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Brining Chicken



  • Mark_B_Good
    Mark_B_Good Posts: 1,423

    Napoleon Prestige Pro 665, XL BGE, Lots of time for BBQ!
  • Mark_B_Good
    Mark_B_Good Posts: 1,423
    I love this recipe ...

    Napoleon Prestige Pro 665, XL BGE, Lots of time for BBQ!
  • johnmitchell
    johnmitchell Posts: 6,429
    Looks fantastic 
    Greensboro North Carolina
    When in doubt Accelerate....
  • Any more these days, I do an equilibrium brine, meaning I weigh the meat (and guestimate for bone weight; there's various numbers, but I use 60% of whole bird weight as the meat weight). Then I figure how much water it will take to submerge the piece(s), add that to the meat weight, and add 1% by weight of salt to the water. Ideal salt range for meat is 1-2% by weight, so the 1% addition of salt gets me to 1% or slightly above, leaving room for surface seasoning after brining.

    This means the water starts out with "excess" salt, which soaks into the meat while brining. There's no way to over-brine this way; you just need to chill the pot with meat/brine until the salt level stops dropping in the liquid.

    For small pieces like chicken wings, this takes ~4-6 hours. Larger/thicker pieces take longer, a whole bird I go overnight+. I got a salt-meter so I could get calibrated on the process. If in doubt, just wait longer, it won't over-brine or toughen-up.

    No sugar is added, it doesn't soak in to the meat like salt does; if you want some sugar, you can sprinkle it on after brining is done, because that's as deep it goes.

    Other than totally non-critical timing, this also means you don't need to rinse after brining, because the residual water left on the meat has exactly the right salt level, just pat it dry or shake it off so there's not a lot.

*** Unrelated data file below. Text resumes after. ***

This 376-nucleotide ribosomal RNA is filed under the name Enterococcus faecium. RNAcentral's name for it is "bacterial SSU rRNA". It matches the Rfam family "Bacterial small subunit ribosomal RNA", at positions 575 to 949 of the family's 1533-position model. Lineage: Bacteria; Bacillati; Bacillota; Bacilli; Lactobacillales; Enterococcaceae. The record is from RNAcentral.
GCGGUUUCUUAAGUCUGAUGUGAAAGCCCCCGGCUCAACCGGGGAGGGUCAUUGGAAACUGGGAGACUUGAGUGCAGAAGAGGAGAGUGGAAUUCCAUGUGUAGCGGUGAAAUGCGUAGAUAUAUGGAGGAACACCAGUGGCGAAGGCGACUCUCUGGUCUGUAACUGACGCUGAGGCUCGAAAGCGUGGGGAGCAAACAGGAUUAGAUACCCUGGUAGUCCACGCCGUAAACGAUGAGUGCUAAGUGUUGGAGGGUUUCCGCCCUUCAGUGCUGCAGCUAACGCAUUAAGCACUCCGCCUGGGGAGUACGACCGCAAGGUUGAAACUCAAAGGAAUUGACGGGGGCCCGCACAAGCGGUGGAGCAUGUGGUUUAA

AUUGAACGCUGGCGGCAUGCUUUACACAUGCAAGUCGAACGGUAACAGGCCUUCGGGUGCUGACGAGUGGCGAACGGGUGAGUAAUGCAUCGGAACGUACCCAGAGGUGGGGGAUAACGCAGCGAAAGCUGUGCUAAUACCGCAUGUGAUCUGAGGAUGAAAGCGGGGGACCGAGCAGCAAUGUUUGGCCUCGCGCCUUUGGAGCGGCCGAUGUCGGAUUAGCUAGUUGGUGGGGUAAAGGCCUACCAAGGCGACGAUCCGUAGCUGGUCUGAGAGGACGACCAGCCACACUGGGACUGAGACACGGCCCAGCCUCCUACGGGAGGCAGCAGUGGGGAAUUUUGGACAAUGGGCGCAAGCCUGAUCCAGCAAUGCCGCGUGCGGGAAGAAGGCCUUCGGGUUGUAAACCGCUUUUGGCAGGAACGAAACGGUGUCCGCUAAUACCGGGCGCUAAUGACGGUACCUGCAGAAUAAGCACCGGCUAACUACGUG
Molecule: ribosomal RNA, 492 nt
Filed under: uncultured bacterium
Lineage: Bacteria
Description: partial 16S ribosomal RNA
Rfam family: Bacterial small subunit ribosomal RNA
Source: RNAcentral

• Mark_B_Good
    Mark_B_Good Posts: 1,423
    One thing I did was ... I save the brine after I pulled the birds out and distributed between those two pans, spooning out the chunky bits of garlic and peppercorns to spread even. Then we chopped up vegetables, and put them in the trays, and positioned them under the birds.

    Not only were the birds amazing ... but those veggies were SOOOO delicious!
    Napoleon Prestige Pro 665, XL BGE, Lots of time for BBQ!
  • Mark_B_Good
    Mark_B_Good Posts: 1,423
    edited December 2021
    Gonna be doing this recipe tomorrow night.

    My brine is:

    - 2 quarts (4 pints or 8 cups) water,
    - 1/3 cup kosher salt,
    - 1/3 cup sugar,
    - 1/3 cup poultry rub,
    - 1/3 cup KEG seasoning,
    - 1/4 cup honey,
    - 2 tablespoons chopped garlic,
    - 1 tablespoon whole peppercorns.

    All went into a LARGE pot.

    Brought to boil, then took off the stove, and added cold water to fill pot about half way ... I'd say I added about another 4 cups of cold water is my guess. You can add a couple of cups crushed ice instead of water, to help it cool down quicker.

    Left to cool down ... then once cold, I dropped the birds (two) in, and filled with more water until the birds were submerged.

    Brining for a little over 24h.

    Will post pictures of the cook, once done.
    Napoleon Prestige Pro 665, XL BGE, Lots of time for BBQ!
  • nolaegghead
    nolaegghead Posts: 42,081
    boiling the spices is a good idea, pulls out flavor like making tea
    I love lamp..
  • a very simple one tha i've used is 3 12 ounce beers (no Light beer) 1/3 cup of sugar, 1/3 cup kosher salt, and 4 1/2 cups of ice water, warm the beer up enough to disolve the salt and sugar in then add the water/ ice.  after it is cool put in large zip lock with chicken and soak for at least 3-4 hours. I usually start this after breakfast then by dinner time. pour out the brine and dry of the chicken. grill as you wish and season how you like. the chicken comes out moist and the skin is crispy.